I am not a failure. I am not a failure. I am not a failure

We lie on her bed hugging for a long time. Crying, sniffling, wiping our eyes, laughing because we both look utterly dreadful.
Her hair is smeared across her face, caught up in the tears down her cheeks.
My eye makeup has run making me look unkempt and comical.

But the moment isn’t comical.
Mia and I have had a huge row. She has behaved in a way I simply will not accept.
She is cut a lot of slack because she’s that sort of child. She needs to push boundaries and feel like she is winning small victories. And that’s fine. I can allow her those victories because they make her feel a small sense of power. And I get that.
But this time she pushed too far. Way too far and she was in trouble. And she knew it.

I marched her from the school playground to the car in silence. Because it was only silence keeping me from blowing my top.
We drove home with the weight of what was to come between us. The air thick with it.
She is never silent, but on this journey the space between us almost roared with the silence.

I have a young daughter who knows how to manipulate. She is obstinate, damn obstinate. She’s stubborn and argumentative and feisty and wise well beyond her six years.
And I feel like I’m failing her. Like I have no idea how to parent this child. That despite everything I’ve gone through and learned with her older brother, I am useless.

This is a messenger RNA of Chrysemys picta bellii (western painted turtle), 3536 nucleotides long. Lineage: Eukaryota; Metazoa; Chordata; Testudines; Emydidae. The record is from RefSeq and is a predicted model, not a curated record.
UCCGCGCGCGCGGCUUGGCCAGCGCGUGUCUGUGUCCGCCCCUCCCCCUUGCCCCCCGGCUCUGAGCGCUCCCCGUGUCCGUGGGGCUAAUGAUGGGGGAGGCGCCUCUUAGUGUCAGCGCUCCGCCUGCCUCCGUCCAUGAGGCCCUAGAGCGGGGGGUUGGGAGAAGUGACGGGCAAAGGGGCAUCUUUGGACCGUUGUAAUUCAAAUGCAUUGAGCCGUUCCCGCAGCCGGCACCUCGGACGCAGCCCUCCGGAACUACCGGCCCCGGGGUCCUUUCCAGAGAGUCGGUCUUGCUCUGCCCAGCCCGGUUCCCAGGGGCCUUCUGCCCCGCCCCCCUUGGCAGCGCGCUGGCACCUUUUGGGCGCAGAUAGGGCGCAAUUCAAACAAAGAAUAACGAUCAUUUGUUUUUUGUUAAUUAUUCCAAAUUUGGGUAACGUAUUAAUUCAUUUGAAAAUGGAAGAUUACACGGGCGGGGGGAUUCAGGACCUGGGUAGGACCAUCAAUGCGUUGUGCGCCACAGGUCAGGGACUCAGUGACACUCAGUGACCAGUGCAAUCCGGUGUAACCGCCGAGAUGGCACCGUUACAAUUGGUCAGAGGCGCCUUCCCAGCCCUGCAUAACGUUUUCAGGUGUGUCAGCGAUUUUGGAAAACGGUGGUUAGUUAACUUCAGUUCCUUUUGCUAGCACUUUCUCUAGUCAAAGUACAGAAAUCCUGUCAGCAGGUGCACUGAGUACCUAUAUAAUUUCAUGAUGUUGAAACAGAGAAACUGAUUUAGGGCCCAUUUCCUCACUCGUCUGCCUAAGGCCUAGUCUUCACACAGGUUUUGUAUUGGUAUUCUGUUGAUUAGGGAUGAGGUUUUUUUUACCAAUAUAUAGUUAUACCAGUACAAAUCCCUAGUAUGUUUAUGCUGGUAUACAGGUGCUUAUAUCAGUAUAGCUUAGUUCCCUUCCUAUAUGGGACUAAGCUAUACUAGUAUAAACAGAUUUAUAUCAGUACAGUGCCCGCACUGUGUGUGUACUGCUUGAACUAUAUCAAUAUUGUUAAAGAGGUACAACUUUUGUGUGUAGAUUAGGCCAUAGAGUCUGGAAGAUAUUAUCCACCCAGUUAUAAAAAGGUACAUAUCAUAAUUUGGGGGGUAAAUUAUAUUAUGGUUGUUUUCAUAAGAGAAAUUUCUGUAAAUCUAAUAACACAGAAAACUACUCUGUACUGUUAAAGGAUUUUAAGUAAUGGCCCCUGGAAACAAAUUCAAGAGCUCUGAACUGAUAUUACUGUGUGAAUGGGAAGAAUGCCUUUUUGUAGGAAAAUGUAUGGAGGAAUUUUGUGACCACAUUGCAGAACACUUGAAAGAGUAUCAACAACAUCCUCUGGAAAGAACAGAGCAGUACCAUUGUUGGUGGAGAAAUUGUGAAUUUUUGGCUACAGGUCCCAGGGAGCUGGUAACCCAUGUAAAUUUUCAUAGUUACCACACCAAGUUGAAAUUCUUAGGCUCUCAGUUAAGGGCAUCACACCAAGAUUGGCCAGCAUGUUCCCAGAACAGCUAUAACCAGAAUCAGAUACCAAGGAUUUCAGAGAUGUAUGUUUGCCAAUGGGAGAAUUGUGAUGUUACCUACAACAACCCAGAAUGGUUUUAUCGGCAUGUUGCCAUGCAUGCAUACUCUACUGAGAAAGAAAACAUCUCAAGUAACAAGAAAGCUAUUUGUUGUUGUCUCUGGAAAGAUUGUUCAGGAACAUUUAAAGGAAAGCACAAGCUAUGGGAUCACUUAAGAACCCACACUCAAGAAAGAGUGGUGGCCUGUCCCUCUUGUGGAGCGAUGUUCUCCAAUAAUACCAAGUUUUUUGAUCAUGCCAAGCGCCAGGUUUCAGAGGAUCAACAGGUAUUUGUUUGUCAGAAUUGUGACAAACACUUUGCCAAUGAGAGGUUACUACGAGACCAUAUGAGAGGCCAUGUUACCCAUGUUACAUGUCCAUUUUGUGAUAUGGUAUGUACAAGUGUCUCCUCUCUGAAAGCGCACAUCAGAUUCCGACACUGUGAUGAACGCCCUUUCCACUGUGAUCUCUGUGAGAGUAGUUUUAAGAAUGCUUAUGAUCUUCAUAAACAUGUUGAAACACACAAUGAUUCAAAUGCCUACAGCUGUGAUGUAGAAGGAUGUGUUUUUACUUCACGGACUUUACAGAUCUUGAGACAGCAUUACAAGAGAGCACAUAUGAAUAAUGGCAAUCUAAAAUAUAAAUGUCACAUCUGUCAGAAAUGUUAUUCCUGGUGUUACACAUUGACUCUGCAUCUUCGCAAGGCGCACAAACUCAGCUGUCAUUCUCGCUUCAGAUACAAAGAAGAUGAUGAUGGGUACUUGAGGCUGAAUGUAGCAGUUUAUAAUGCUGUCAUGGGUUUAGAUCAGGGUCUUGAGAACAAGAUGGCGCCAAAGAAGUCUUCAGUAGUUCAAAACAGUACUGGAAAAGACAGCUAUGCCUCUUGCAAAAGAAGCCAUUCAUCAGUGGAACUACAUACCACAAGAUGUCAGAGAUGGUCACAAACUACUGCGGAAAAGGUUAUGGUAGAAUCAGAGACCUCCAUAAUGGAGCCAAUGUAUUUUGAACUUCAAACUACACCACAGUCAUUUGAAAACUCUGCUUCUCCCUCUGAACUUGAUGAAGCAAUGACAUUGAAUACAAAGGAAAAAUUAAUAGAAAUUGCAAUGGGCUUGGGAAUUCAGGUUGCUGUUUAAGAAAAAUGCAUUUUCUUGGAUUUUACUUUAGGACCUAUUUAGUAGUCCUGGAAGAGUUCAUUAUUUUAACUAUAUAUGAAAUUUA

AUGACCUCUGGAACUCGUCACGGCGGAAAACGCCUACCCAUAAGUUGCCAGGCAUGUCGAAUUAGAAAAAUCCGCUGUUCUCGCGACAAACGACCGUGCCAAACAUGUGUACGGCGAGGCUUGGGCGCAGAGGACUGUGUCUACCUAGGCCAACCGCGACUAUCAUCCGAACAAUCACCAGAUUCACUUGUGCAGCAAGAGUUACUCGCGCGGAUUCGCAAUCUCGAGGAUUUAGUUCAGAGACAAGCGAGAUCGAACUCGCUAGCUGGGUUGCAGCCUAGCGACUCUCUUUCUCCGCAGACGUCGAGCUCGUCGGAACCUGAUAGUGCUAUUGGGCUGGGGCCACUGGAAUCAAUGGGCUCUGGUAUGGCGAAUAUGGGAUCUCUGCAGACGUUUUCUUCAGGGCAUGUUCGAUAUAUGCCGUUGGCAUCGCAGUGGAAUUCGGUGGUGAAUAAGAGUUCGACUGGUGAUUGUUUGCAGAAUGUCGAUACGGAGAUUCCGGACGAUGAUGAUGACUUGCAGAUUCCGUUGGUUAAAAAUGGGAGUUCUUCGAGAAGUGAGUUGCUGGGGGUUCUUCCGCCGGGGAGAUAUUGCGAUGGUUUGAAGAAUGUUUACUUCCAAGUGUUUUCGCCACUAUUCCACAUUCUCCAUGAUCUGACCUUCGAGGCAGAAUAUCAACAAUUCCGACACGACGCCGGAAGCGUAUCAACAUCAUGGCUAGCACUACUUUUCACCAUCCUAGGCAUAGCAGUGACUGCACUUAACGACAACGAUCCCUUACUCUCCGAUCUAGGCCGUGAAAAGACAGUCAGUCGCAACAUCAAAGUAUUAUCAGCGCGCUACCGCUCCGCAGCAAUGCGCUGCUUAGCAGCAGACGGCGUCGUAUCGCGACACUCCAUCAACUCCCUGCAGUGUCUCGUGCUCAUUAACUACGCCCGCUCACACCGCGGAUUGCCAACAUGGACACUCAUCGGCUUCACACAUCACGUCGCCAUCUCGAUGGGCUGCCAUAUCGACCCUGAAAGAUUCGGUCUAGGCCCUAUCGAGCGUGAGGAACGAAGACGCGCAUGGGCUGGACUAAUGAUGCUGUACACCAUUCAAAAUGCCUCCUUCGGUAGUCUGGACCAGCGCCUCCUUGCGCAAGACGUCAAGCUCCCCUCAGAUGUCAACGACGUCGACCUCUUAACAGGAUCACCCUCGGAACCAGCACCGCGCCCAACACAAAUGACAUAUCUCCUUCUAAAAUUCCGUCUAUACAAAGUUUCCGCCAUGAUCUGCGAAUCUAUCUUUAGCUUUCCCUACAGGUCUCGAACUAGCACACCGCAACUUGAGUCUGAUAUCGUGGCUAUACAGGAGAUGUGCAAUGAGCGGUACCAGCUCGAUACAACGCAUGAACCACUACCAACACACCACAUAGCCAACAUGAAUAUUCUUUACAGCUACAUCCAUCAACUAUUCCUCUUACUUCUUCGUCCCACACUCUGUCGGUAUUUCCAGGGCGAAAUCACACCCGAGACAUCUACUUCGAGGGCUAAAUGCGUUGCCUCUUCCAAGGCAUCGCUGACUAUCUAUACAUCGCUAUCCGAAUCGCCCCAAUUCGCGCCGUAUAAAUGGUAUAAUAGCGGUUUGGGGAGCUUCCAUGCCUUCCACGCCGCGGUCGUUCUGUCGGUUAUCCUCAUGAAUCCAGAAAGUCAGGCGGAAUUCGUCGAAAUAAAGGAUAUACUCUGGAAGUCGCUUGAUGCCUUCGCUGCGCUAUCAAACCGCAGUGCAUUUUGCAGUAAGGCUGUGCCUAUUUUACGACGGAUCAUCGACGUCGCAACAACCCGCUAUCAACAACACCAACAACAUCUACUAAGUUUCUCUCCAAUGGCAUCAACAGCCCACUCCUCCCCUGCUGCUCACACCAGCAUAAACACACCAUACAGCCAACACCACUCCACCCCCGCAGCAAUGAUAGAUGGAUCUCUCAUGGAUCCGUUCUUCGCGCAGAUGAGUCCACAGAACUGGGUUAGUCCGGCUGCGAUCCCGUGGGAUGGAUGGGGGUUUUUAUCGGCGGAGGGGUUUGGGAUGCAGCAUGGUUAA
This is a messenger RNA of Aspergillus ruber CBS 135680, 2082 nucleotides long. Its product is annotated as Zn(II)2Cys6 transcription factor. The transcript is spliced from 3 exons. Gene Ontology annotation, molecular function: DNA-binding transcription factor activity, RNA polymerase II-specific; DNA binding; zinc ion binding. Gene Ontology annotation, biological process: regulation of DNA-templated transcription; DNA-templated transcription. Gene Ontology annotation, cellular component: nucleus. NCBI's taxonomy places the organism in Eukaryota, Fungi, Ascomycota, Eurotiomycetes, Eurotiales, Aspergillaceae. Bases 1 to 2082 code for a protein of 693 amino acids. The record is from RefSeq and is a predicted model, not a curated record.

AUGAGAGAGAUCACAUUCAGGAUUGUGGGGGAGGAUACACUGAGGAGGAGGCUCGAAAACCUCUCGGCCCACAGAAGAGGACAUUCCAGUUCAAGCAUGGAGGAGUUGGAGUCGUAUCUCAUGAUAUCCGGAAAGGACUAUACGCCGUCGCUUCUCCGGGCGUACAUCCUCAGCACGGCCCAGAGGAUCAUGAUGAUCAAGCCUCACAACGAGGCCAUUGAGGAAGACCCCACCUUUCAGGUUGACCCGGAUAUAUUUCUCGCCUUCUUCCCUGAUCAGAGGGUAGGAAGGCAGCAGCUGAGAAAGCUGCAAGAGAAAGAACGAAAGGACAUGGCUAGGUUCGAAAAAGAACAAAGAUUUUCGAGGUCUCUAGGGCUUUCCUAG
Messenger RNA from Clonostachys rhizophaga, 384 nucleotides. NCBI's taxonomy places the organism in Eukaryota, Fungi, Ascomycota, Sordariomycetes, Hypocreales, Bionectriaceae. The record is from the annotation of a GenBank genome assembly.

His sister is nothing like him. Nothing like him.
Which makes me feel even worse because she is constantly being reprimanded and he isn’t. And she must hate that too.

Today I felt like an utter failure. That black moment when you sit at the kitchen table on your own, your child in their room ‘thinking about their actions’ and you feel like you have no idea what you are doing. Or indeed, what you are going to do.
And you wonder ‘why me’ and feel so very alone.

Then a very lovely friend of mine sent me a text message. It simply read:
“You’re a great mum. I read once that god only gives us challenges if he/she thinks we can handle them.”

Mia and I talked. Talked and talked and talked. Then we planned her birthday party together (it’s still ages away). Then we did some art together because that is what she loves.
She goes to bed, pulls her cuddly toys closer and hunkers down under the duvet. Then she looks up at me with her beautiful big brown eyes and even though she says nothing, those eyes tell me everything.
And she hugs me and I feel like actually I do know what I’m doing. This was just a test. A bloody tough test, but I’m up for it.
Because I know that this little girl is going to be amazing. And I’m going to help her get there.

This post is for all those parents out there with a similar child who makes them question themselves constantly.
You are not alone and you are doing a great job.
And I am also loaning you my lovely friend and her uplifting text message. Everyone needs a friend like that.
.

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